NEW YORK The economy continues to take its toll on the ad-driven media, as evidenced by CBS’ 6 percent drop in fourth-quarter revenue to $3.52 billion and 46 percent dip in operating income before depreciation and amortization (OIBDA) to $448.9 million.
For the full year, revenue fell 1 percent to $13.95 billion, with a 17 percent slide in OIBDA to $3.07 billion. Those figures do not include the $14 billion write-down (or “impairment charge,” as the company calls it) CBS took in the third quarter.
Net earnings for Q4 slipped 50 percent to $136 million. For the year, including the impairment charges, the company suffered an $11.7 billion loss.
CBS said about half of the Q4 decline was attributable to weaknesses at the network and the other half stemmed from shortfalls at the company’s owned TV stations. (Click here for complete CBS earnings information.)
During a conference call with financial analysts, CBS CEO Leslie Moonves said the company was managing costs closely so it could “capitalize on the upturn when it occurs.” He said the network TV and interactive units were fairing somewhat better than local TV, radio and outdoor.
Guidance for 2009 was vague, but Moonves did say the second half of the year would improve because of cost cutting that would take effect. About $220 million in cuts for the year are planned. In addition, new cable-network syndication deals for five new programs will kick in.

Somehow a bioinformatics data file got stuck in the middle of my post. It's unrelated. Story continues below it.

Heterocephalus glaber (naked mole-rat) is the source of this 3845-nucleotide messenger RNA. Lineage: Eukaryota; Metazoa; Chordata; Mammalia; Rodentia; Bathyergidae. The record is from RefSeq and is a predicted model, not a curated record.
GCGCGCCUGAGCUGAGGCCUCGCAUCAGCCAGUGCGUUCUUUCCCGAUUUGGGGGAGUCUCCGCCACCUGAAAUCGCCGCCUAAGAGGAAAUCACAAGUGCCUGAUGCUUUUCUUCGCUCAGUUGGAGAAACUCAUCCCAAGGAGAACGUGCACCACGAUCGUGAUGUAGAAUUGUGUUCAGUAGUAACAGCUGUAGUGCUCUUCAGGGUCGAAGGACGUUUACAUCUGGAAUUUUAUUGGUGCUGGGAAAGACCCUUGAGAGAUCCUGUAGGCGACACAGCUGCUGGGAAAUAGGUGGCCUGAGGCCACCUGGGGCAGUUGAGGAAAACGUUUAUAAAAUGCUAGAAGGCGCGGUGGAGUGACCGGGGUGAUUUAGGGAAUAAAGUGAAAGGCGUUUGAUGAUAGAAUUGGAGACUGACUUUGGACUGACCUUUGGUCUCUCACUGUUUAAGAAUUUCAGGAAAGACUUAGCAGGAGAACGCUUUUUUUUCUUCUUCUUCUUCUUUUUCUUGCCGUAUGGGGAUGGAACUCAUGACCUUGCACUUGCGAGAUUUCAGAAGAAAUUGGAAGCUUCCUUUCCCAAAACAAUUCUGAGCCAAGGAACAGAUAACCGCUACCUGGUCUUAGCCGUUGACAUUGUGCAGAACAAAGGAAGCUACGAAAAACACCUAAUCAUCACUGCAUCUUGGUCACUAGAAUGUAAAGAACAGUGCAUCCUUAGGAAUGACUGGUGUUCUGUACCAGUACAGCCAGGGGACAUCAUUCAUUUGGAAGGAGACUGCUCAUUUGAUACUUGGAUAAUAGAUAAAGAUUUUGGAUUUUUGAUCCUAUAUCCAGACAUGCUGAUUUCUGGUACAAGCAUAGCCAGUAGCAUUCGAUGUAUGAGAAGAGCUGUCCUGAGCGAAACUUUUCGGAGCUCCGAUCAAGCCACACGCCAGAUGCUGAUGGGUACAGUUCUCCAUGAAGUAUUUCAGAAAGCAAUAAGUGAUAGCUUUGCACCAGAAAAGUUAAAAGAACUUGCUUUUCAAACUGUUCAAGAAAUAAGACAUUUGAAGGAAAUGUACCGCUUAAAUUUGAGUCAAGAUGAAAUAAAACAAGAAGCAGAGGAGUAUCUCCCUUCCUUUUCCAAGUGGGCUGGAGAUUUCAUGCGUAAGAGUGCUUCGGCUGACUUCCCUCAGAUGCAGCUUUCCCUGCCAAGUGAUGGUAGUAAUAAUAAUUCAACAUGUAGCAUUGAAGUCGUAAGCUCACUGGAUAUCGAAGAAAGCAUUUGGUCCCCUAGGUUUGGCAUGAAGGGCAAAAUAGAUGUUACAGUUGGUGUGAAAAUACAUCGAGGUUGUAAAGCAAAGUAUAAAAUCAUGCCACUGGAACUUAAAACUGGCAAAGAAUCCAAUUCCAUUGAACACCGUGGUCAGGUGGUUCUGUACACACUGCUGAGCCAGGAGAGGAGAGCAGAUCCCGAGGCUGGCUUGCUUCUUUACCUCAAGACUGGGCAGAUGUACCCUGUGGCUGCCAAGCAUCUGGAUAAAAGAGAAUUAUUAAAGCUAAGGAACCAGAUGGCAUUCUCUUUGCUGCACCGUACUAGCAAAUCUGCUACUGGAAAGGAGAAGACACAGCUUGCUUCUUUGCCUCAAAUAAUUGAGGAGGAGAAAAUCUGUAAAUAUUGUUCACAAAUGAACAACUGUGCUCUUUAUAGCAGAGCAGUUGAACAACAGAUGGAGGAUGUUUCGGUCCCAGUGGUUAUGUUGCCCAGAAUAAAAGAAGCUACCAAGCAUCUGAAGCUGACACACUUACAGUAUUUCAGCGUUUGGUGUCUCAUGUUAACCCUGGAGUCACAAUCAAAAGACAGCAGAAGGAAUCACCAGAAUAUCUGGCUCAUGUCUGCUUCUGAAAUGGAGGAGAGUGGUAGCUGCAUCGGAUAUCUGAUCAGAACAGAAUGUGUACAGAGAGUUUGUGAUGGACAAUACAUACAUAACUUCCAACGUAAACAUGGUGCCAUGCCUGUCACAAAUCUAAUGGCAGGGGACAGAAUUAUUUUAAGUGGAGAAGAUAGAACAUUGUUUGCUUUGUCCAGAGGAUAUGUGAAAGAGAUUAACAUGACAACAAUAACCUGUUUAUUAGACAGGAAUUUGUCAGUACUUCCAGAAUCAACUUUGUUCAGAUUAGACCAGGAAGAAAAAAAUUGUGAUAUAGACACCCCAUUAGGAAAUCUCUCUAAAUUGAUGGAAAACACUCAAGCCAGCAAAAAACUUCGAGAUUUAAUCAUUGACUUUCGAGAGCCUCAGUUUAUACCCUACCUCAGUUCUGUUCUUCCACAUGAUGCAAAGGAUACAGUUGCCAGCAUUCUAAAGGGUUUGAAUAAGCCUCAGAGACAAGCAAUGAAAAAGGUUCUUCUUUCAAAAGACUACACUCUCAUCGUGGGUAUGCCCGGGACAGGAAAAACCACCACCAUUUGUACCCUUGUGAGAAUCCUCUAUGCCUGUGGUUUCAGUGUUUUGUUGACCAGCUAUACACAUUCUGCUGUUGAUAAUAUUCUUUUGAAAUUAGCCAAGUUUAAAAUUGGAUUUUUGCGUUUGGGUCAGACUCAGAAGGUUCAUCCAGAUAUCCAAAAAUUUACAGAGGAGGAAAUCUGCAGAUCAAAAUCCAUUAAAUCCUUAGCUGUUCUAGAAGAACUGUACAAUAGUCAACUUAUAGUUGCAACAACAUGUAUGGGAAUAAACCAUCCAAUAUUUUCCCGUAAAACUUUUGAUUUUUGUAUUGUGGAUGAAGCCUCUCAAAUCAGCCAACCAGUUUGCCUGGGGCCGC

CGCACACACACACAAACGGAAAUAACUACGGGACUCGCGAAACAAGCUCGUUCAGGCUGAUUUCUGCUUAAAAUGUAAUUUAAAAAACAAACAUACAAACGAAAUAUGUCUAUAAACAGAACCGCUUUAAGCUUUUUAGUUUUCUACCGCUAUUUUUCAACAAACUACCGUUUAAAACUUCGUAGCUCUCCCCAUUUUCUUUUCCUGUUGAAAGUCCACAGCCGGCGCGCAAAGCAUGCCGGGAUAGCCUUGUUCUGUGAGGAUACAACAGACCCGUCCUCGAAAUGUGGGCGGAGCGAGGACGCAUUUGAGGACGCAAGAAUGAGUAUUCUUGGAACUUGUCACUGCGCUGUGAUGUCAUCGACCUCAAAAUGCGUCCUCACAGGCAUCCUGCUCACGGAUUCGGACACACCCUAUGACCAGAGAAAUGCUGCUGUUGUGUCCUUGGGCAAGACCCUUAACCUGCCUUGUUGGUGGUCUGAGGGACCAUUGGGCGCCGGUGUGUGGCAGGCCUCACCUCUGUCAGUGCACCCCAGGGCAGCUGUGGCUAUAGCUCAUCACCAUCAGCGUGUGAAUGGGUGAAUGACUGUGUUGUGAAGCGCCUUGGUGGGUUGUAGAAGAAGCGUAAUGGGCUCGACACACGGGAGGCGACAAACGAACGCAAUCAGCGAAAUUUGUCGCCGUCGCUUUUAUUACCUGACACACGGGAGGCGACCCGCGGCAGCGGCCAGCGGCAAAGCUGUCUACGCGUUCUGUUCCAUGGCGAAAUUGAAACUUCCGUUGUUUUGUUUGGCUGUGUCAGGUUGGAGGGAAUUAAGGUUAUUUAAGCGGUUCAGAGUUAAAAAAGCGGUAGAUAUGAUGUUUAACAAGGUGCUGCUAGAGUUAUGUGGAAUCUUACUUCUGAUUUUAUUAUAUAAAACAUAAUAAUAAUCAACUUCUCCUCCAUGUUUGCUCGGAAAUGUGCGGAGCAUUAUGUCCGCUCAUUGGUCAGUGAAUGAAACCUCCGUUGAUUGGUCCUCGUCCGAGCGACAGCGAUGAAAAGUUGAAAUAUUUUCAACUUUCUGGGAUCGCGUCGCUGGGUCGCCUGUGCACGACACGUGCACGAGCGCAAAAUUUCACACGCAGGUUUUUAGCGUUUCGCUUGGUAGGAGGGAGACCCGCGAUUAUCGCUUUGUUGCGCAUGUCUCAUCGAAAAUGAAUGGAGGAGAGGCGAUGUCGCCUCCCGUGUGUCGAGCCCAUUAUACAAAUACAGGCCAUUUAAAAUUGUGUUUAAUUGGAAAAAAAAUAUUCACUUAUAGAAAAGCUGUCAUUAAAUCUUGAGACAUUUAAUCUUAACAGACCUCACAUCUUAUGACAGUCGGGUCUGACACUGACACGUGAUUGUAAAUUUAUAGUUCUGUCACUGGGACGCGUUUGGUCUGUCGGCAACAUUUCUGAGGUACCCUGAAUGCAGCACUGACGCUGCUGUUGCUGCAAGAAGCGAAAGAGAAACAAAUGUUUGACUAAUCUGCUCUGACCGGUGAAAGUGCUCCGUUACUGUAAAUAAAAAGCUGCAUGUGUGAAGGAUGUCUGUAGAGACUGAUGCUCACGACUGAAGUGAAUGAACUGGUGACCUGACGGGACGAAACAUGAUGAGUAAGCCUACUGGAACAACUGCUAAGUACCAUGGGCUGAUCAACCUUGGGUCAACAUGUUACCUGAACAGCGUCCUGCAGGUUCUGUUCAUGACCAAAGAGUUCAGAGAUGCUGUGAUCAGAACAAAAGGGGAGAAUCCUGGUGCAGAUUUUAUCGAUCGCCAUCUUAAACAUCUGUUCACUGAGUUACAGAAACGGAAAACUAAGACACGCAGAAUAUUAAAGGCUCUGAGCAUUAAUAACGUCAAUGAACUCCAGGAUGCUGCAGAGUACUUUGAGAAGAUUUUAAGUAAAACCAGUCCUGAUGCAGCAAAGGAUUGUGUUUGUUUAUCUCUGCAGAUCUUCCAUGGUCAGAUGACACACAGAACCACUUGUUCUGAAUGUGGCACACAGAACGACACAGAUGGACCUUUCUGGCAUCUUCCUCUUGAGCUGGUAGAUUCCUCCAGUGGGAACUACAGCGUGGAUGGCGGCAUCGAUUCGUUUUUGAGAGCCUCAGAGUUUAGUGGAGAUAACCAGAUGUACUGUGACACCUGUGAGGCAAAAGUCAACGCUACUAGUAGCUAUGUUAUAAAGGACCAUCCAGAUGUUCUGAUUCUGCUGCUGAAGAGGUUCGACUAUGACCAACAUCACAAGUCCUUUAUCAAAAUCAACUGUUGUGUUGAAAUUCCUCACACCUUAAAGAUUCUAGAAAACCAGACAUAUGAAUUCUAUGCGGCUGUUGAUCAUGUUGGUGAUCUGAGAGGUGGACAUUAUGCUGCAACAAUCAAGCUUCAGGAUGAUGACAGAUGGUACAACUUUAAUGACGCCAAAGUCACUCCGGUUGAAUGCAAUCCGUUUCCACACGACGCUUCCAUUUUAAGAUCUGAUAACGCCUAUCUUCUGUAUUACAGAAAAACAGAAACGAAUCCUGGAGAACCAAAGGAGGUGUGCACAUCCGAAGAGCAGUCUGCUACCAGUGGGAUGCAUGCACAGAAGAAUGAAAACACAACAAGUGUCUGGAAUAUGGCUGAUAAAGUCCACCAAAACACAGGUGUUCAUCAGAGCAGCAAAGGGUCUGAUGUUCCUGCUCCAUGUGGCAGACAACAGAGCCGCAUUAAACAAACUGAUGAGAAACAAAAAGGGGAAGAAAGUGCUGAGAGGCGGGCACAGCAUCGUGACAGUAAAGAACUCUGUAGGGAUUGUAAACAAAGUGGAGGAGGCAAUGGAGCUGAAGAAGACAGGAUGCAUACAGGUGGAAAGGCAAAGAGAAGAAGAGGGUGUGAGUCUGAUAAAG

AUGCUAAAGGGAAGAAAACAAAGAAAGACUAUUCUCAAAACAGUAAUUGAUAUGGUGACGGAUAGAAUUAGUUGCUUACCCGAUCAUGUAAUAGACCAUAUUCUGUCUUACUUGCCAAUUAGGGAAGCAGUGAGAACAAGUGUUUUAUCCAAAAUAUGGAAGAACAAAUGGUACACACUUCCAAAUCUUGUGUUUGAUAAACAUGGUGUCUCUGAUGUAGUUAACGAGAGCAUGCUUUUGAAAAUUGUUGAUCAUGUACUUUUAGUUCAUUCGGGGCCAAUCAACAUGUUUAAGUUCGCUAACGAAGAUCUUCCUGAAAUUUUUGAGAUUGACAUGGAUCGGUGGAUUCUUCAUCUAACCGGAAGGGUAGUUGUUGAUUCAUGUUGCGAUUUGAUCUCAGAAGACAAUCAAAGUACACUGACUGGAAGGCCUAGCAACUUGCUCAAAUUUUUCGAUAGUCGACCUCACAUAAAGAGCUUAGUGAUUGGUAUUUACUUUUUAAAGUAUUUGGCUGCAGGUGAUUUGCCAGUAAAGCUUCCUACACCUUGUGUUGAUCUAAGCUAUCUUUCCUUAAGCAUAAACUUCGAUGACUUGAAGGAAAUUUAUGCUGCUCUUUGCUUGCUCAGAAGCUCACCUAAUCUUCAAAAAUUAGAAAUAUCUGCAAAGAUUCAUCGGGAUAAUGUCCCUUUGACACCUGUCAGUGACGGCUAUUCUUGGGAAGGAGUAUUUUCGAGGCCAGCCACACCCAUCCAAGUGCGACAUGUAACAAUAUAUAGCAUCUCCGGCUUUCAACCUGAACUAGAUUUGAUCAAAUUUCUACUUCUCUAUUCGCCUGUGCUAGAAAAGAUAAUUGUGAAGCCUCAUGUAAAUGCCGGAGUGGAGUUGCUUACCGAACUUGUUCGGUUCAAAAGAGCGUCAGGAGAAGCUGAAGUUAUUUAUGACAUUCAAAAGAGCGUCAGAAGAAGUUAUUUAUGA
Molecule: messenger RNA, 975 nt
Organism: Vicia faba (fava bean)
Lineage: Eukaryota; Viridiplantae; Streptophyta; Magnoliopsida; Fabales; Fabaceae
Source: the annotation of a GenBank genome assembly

Moonves also indicated that currently one-third of the company’s revenue is now derived from non-advertising sources, providing a “buffer” in the recession.
He noted that CBS just completed its third major retransmission deal, with EchoStar’s Dish Network, following earlier agreements with Time Warner Cable and Verizon. “We said we would get paid for our content [from cable, telco and satellite operators] and we are,” Moonves said.
As for the current scatter market, CFO Fred Reynolds said pricing is up compared to the 2008 upfront — but he declined to give specifics. Volume, perhaps not surprisingly, is tepid. “It’s clearly a buyer’s market,” he said.
As to the upcoming upfront market, Moonves said: “We are looking forward to it because we have a good story to tell.” He said the network was leading in total viewers by roughly 3 million per night and was up in all of key demographic measurements.
The company generated $1.7 billion in free cash flow in 2008 and, effective this April, will trim its dividend payment to 5 cents a share in order to gain greater financial flexibility as it navigates through the choppy recessionary currents.